Update: A few hours before launch Boeing announced that the launch was postponed due to issues with “unexpected valve position indications” used in the propulsion system.
After the missed opportunity to dock with the International Space Station due to a timer issue on its first flight a second test flight was needed. Boeing will be performing their second orbital flight test for their Starliner crew capsule as soon as Friday to dock with the ISS. This will also serve as the final test before NASA puts crew onboard to determine if it’s ready.
Date: Tuesday, August 3rd at 1:20 p.m. EDT
After a year and a half of focusing on software issues, Boeing has paused its Starliner Orbital Flight Test 2 (OFT-2) mission to the International Space Station today. The launch was scheduled for this afternoon but scrubbed hours before liftoff due to a propulsion system issue with the spacecraft.
Boeing’s mission is to have its uncrewed Starliner spacecraft reach the International Space Station and return safely before it can be rated for human spaceflight. Boeing is one of two providers for NASA’s Commercial Crew Program (along with SpaceX) to transport astronauts to and from the space station.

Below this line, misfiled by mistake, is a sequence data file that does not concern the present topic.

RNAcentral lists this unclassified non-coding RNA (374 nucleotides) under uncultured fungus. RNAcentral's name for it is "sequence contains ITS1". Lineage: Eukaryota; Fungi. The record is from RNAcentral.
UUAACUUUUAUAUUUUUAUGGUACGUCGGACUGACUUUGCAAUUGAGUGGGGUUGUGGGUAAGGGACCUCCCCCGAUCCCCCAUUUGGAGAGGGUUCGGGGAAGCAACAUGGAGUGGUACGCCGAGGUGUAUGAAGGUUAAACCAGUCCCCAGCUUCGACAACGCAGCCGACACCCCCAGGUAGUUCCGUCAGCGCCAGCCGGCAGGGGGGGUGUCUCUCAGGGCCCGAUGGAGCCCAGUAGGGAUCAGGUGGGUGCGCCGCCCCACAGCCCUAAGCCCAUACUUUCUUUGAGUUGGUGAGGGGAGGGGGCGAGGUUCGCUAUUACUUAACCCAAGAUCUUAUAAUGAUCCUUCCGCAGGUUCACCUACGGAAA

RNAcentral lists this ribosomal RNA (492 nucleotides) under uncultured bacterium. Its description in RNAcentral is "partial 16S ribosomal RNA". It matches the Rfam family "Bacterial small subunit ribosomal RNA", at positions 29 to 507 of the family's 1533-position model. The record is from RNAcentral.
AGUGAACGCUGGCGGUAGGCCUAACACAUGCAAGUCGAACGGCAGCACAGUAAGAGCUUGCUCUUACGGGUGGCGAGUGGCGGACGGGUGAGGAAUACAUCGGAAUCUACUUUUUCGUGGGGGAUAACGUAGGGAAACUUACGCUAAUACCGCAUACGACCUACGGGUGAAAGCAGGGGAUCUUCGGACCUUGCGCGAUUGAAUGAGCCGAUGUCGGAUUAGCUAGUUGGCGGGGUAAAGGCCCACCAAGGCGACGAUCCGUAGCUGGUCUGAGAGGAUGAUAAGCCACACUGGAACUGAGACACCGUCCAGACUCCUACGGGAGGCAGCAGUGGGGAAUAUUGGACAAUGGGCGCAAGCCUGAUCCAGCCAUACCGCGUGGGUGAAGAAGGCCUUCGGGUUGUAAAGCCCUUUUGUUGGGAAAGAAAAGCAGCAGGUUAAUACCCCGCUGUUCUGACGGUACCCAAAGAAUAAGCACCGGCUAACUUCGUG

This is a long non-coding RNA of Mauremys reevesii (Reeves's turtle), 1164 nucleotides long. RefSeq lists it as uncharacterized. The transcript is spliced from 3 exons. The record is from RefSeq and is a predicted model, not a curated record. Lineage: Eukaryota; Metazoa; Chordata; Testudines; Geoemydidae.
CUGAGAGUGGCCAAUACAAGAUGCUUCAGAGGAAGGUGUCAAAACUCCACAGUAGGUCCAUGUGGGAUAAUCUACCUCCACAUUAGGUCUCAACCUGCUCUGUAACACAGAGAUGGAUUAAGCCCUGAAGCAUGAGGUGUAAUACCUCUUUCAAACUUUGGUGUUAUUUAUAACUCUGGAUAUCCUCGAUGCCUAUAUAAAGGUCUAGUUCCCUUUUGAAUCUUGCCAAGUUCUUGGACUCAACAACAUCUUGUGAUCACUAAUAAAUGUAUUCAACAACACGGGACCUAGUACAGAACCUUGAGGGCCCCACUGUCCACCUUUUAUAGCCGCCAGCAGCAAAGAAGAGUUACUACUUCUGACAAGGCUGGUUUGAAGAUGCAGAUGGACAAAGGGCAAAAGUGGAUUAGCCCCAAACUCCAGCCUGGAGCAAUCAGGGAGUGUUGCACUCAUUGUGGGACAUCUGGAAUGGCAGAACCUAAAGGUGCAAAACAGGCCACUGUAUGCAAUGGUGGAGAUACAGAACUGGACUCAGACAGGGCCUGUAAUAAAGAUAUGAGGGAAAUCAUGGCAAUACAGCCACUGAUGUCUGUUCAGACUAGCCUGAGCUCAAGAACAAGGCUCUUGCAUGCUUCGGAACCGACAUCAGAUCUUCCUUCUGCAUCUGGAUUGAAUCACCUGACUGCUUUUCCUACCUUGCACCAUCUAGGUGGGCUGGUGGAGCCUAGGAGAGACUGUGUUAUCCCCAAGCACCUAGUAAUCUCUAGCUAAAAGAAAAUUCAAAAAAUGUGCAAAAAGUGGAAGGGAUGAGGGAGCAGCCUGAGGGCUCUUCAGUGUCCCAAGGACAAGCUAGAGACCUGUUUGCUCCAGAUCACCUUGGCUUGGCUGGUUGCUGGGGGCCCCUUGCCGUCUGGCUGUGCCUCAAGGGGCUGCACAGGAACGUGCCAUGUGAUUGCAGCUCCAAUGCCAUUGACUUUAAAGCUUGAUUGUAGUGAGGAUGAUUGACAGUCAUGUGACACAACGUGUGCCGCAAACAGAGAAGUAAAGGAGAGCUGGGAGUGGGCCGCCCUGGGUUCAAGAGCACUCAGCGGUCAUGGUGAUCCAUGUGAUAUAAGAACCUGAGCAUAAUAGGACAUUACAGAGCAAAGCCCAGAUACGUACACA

This week, the focus has been on Blue Origin. On Tuesday, they completed the first crewed flight of New Shepard, flying the oldest and youngest person to ever visit space.
NASA and Boeing will attempt to launch the Starliner Orbital Flight Test 2 (OFT-2) mission on July 30th at 2:53 PM EDT. This comes after a successful Flight Readiness Review today.
NASA Astronaut Matthew Dominick visited ULA’s SLC-41 at Cape Canaveral Space Force Station to check out Starliner and shared an interesting photo of the VIF’s floors.
Boeing’s Starliner Capsule for Orbital Flight Test 2 began its rollout from the company’s processing facility to ULA’s vertical integration facility. The capsule has been secured to the Atlas V rocket which will launch it to the International Space Station at the end of the month.
United Launch Alliance loaded an Atlas V Booster and Dual Engine Centaur onto their Rocketship boat over the weekend. Its destination? Florida. This isn’t just any ordinary Atlas V though, this will be the first one to carry crew to space. The Boeing Starliner Crewed Flight Test (CFT) is still expected NET late 2021. However, a second Orbital Flight Test is needed.
Boeing is positioned to start flying astronauts to the International Space Station for NASA as soon as this year, but the Starliner spacecraft must complete an orbital flight test without crew. NASA and Boeing now have a new date set for when the OFT-2 mission will be conducted. If successful, Boeing’s Starliner will join SpaceX’s Crew Dragon in transporting astronauts from the U.S. to the ISS for NASA’s Commercial Crew program.
The Starliner team is gearing up to conduct the next uncrewed orbital flight test for the astronaut-carrying spacecraft, and Boeing has revealed a thoughtful mission patch that symbolizes how personal the mission is for everyone involved.